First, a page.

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New Study Reveals that Religion Does Not Lead to a Healthier Society

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posted on Jun, 4 2008 @ 04:28 PM
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So, it's not exactly that 'new' (2005 I think), but I thought this might be of interest to some people:




Religious Belief & Societal Health
New Study Reveals that Religion
Does Not Lead to a Healthier Society

by Matthew Provonsha

It is commonly held that religion makes people more just, compassionate, and moral, but a new study suggests that the data belie that assumption. In fact, at first glance it would seem, religion has the opposite effect. The extensive study, “Cross-National Correlations of Quantifiable Societal Health with Popular Religi-osity and Secularism in the Prosperous Demo-cracies,” published in the Journal of Religion and Society (moses.creighton.edu...) examines statistics from eighteen of the most developed democratic nations. It reveals clear correlations between various indicators of social strife and religiosity, showing that whether religion causes social strife or not, it certainly does not prevent it.

The author of the study, Gregory S. Paul, writes that it is a “first, brief look at an important subject that has been almost entirely neglected by social scientists … not an attempt to present a definitive study that establishes cause versus effect between religiosity, secularism and societal health.” However, the study does show a direct correlation between religiosity and dysfunctionality, which if nothing else, disproves the widespread belief that religiosity is beneficial, that secularism is detrimental, and that widespread acceptance of evolution is harmful.

Paul begins by explaining how far his findings diverge from common assumptions. He even quotes Benjamin Franklin and Dostoevsky to show how old these common-misconceptions are. Dostoevsky wrote, “if God does not exist, then everything is permissible.” Benjamin Franklin noted, “religion will be a powerful regulator of our actions, give us peace and tranquility within our minds, and render us benevolent, useful and beneficial to others.”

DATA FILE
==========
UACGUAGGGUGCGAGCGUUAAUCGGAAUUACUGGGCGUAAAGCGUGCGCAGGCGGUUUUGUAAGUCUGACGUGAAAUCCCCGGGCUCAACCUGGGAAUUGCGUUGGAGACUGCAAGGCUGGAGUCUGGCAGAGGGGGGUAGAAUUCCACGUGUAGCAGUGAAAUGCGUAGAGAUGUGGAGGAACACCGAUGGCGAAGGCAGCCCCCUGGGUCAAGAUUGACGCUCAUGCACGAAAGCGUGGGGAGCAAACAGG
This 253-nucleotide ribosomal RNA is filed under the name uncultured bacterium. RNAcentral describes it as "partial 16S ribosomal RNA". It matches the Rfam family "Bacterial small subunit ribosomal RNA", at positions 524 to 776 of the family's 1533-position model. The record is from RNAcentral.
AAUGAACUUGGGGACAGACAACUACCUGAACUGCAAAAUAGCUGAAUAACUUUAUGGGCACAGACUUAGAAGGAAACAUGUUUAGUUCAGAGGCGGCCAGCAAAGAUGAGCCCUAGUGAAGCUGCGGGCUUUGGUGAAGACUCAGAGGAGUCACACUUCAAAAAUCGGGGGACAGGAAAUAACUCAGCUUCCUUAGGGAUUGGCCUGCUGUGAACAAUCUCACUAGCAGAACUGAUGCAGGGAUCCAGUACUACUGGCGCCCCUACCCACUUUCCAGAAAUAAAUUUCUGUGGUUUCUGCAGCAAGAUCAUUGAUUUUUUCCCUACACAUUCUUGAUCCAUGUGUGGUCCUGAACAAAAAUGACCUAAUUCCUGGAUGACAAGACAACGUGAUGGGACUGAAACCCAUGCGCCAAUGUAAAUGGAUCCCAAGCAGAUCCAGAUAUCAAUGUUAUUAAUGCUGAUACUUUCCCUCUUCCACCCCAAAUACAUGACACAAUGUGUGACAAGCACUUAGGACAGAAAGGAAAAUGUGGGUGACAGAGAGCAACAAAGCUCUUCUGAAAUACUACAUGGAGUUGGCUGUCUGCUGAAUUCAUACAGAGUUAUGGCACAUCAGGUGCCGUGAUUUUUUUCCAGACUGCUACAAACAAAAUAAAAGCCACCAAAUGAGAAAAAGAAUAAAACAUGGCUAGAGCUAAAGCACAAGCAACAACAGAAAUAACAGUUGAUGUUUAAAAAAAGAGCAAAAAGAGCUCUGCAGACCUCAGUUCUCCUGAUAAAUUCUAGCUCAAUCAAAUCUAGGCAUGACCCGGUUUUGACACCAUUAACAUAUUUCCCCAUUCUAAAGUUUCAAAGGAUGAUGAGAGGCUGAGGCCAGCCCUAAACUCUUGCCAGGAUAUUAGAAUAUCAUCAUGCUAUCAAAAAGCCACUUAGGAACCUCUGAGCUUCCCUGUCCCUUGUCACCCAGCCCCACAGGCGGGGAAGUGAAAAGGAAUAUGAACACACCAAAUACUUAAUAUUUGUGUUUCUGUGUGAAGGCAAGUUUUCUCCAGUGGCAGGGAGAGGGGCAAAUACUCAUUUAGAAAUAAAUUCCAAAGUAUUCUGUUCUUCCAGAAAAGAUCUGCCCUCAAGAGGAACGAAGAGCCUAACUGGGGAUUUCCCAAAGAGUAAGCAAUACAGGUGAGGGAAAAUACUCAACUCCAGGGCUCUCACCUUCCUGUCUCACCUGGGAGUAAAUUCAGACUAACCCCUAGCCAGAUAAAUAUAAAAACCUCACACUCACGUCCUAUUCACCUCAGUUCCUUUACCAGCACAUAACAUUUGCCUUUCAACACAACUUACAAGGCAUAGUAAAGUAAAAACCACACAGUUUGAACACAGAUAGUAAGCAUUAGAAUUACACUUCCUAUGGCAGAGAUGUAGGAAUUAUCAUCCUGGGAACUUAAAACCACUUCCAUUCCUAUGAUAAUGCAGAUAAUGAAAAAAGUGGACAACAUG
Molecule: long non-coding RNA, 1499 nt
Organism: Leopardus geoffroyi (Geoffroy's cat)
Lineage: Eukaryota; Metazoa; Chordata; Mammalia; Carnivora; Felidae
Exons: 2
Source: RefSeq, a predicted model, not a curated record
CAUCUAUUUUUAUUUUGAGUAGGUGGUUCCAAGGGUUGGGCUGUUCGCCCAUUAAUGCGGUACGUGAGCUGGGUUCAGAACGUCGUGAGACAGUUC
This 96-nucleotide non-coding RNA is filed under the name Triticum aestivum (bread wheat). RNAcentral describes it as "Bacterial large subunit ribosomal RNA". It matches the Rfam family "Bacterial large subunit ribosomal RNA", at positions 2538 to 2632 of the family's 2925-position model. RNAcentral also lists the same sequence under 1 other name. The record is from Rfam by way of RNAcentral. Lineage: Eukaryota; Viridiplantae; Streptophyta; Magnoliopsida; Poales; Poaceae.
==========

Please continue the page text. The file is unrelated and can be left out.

To this day, the belief that religiosity is socially beneficial is widespread in America, especially amongst politicians, as Paul notes: “The current [at that time] House majority leader T. DeLay contends that high crime rates and tragedies like the Columbine assault will continue as long schools teach children ‘that they are nothing but glorified apes who have evolutionized [sic] out of some primordial soup of mud.’” But this view is not exclusively Republican, Paul explains, or even conservative: “presidential candidate Al Gore supported teaching both creationism and evolution, his running mate Joe Lieberman asserted that belief in a creator is instrumental to ‘secure the moral future of our nation, and raise the quality of life for all our people,’ and presidential candidate John Kerry emphasized his religious values in the latter part of his campaign.” Surveys show that many Americans agree “their church-going nation is an exceptional, God blessed, ‘shining city on the hill’ that stands as an impressive example for an increasingly skeptical world. ”This assumption flies in the face of the actual statistical evidence that Paul examined.